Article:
And so our adventure in Ho Chi Minh City is halfway over. I suppose time must travel faster when you’re eleven hours into the future, or else I’m really just having the time of my life.
Today we visited the American Center and got to meet with some representatives from the United States consulate. We were originally supposed to visit the consulate itself, but the American Center’s security is less strict so it was easier for us to meet there instead; it’s basically a resource center for American citizens to seek government assistance and for Vietnamese to visit and expose themselves to western media content and other resources.
It was explained to us that anyone who wants to get involved in foreign affairs starts out with perhaps the most demanding and tedious of the State Department’s many duties, visa applications and interviews. Many Vietnamese apply for U.S. visas every year, and low level consulate employees are charged with interviewing them to determine that their reasons for visiting are legitimate.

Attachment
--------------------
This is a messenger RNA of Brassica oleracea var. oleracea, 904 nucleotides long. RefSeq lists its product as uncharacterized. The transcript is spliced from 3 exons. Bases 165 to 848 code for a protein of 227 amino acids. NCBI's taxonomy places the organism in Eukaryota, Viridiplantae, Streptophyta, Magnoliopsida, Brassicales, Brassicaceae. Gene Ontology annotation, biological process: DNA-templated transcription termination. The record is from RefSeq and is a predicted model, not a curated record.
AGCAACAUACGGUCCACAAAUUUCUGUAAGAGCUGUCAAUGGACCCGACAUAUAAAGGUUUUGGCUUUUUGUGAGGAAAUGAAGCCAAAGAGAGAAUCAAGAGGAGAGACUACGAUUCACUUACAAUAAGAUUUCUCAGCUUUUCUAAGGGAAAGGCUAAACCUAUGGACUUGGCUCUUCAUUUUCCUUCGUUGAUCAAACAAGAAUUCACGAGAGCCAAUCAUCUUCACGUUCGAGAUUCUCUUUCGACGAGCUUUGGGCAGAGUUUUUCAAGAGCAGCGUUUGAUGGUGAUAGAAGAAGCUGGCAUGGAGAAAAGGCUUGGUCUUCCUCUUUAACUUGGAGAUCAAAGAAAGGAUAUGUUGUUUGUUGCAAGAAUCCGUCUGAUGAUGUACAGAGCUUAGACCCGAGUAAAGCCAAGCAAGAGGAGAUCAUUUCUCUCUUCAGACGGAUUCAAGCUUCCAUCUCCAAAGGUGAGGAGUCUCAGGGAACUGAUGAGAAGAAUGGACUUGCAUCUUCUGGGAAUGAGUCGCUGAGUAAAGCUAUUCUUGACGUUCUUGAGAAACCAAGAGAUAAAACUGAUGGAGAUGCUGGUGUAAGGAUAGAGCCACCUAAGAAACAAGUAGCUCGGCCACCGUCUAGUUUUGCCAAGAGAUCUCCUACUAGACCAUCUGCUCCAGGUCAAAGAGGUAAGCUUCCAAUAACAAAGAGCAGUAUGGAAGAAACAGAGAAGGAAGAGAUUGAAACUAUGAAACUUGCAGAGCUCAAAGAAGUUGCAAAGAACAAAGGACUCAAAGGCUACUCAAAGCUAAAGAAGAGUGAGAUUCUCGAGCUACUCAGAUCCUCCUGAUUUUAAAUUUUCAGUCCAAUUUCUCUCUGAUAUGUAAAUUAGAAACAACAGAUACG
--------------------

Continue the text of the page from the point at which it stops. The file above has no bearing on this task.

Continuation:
The American Center provides many resources to help the Vietnamese through this process, including posting videos and scheduling Skype calls with citizens who live in rural areas in order to ensure that they are well-prepared for their interviews. It also offers help to Vietnamese students in applying to American universities, as that process is complicated enough on its own without being from another country.
Though this may not seem these provisions benefit the United States, they do indirectly. By assisting Vietnamese citizens with even the littlest things, the U.S. is improving on its already high mark of 94% favorability among Vietnamese. This kind of micro-diplomacy is essential in stabilizing relations and progressing conversations at the governmental level, and a stable Vietnam (and world) is absolutely beneficial to U.S. citizens.